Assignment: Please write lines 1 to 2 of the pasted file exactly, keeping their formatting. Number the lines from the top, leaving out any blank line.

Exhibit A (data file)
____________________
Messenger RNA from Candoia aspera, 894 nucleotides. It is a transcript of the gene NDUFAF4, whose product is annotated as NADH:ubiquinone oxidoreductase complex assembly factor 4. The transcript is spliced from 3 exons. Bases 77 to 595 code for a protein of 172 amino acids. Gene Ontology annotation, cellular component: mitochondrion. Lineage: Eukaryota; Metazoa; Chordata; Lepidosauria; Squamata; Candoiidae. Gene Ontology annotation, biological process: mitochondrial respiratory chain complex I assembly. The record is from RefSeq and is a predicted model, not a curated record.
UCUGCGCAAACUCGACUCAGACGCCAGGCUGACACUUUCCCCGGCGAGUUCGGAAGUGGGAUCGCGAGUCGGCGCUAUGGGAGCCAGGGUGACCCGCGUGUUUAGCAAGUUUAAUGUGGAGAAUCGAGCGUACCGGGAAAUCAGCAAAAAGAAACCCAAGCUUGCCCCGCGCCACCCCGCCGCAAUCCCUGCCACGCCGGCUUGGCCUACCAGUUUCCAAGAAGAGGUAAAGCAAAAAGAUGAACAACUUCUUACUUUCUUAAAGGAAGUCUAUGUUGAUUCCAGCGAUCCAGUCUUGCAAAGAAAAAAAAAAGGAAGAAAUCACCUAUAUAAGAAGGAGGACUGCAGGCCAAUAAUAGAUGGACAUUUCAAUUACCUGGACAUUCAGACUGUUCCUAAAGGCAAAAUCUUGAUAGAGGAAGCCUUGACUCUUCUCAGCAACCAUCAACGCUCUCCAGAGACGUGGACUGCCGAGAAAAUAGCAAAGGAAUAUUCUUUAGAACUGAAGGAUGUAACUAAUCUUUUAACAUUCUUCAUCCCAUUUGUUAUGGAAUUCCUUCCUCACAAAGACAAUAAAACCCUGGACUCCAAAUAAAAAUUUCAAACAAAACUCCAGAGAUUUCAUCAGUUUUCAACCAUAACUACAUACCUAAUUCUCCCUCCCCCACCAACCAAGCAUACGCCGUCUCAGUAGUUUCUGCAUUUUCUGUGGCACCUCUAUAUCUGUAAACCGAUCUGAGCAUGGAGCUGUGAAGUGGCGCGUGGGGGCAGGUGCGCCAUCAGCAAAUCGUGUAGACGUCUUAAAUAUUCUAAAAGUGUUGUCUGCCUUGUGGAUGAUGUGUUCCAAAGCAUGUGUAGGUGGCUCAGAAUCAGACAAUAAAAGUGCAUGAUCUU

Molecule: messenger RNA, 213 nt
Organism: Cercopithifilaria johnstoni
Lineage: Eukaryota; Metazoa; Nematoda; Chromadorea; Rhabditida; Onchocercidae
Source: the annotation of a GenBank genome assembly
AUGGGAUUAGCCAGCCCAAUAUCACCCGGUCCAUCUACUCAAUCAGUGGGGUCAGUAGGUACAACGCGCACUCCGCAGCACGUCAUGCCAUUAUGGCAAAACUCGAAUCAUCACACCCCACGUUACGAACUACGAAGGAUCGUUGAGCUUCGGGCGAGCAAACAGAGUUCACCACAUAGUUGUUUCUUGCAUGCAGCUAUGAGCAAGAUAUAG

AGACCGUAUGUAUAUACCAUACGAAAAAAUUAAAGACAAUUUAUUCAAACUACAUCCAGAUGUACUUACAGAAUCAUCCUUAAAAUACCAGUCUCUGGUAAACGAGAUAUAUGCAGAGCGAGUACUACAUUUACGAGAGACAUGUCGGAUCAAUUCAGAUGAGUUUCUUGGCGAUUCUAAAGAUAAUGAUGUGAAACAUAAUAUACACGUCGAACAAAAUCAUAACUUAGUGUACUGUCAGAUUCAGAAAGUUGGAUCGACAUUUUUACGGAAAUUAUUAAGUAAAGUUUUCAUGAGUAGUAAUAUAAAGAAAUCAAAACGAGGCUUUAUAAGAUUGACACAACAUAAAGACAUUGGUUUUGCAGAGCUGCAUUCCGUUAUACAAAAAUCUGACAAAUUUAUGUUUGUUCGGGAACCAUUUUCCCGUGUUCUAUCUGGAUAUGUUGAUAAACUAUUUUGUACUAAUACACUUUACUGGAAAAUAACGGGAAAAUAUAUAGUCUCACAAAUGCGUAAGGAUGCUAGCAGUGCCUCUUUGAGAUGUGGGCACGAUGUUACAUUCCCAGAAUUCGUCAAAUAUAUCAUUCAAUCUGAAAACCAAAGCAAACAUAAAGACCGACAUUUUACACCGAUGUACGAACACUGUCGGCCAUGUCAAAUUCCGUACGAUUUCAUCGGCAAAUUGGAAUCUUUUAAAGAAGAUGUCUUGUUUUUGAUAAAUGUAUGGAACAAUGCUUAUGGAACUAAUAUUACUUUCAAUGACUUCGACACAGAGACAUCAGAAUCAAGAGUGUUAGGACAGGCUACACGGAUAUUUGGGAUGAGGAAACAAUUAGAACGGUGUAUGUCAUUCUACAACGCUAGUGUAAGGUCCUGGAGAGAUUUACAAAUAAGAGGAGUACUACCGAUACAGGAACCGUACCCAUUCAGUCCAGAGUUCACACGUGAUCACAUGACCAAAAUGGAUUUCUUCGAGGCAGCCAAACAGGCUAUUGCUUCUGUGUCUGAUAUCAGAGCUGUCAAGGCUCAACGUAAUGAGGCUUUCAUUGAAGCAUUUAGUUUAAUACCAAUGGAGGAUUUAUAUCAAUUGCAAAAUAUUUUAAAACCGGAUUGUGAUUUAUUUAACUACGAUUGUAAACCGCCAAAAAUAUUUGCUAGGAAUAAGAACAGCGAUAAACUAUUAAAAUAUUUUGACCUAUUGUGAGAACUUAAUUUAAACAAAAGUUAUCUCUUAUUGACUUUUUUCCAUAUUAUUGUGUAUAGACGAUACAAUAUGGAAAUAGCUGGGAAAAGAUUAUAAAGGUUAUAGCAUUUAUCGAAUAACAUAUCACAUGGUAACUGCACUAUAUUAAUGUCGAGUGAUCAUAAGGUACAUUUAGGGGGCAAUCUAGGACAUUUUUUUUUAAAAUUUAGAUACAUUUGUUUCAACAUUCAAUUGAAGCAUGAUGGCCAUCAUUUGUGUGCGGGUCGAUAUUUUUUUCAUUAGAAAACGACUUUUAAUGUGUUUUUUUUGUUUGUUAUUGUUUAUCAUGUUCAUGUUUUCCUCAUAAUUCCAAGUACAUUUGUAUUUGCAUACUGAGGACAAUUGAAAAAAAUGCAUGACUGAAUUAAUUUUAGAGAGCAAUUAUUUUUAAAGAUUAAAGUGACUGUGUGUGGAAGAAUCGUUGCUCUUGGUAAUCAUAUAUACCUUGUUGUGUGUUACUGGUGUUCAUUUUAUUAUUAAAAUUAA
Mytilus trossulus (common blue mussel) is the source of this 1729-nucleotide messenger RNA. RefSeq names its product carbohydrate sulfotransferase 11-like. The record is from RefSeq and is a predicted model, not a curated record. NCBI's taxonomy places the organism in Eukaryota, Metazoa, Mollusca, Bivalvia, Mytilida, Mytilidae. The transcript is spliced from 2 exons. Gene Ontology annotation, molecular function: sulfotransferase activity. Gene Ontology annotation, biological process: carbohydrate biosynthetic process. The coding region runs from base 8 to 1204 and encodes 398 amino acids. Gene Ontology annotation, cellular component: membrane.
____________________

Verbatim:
Messenger RNA from Candoia aspera, 894 nucleotides. It is a transcript of the gene NDUFAF4, whose product is annotated as NADH:ubiquinone oxidoreductase complex assembly factor 4. The transcript is spliced from 3 exons. Bases 77 to 595 code for a protein of 172 amino acids. Gene Ontology annotation, cellular component: mitochondrion. Lineage: Eukaryota; Metazoa; Chordata; Lepidosauria; Squamata; Candoiidae. Gene Ontology annotation, biological process: mitochondrial respiratory chain complex I assembly. The record is from RefSeq and is a predicted model, not a curated record.
UCUGCGCAAACUCGACUCAGACGCCAGGCUGACACUUUCCCCGGCGAGUUCGGAAGUGGGAUCGCGAGUCGGCGCUAUGGGAGCCAGGGUGACCCGCGUGUUUAGCAAGUUUAAUGUGGAGAAUCGAGCGUACCGGGAAAUCAGCAAAAAGAAACCCAAGCUUGCCCCGCGCCACCCCGCCGCAAUCCCUGCCACGCCGGCUUGGCCUACCAGUUUCCAAGAAGAGGUAAAGCAAAAAGAUGAACAACUUCUUACUUUCUUAAAGGAAGUCUAUGUUGAUUCCAGCGAUCCAGUCUUGCAAAGAAAAAAAAAAGGAAGAAAUCACCUAUAUAAGAAGGAGGACUGCAGGCCAAUAAUAGAUGGACAUUUCAAUUACCUGGACAUUCAGACUGUUCCUAAAGGCAAAAUCUUGAUAGAGGAAGCCUUGACUCUUCUCAGCAACCAUCAACGCUCUCCAGAGACGUGGACUGCCGAGAAAAUAGCAAAGGAAUAUUCUUUAGAACUGAAGGAUGUAACUAAUCUUUUAACAUUCUUCAUCCCAUUUGUUAUGGAAUUCCUUCCUCACAAAGACAAUAAAACCCUGGACUCCAAAUAAAAAUUUCAAACAAAACUCCAGAGAUUUCAUCAGUUUUCAACCAUAACUACAUACCUAAUUCUCCCUCCCCCACCAACCAAGCAUACGCCGUCUCAGUAGUUUCUGCAUUUUCUGUGGCACCUCUAUAUCUGUAAACCGAUCUGAGCAUGGAGCUGUGAAGUGGCGCGUGGGGGCAGGUGCGCCAUCAGCAAAUCGUGUAGACGUCUUAAAUAUUCUAAAAGUGUUGUCUGCCUUGUGGAUGAUGUGUUCCAAAGCAUGUGUAGGUGGCUCAGAAUCAGACAAUAAAAGUGCAUGAUCUU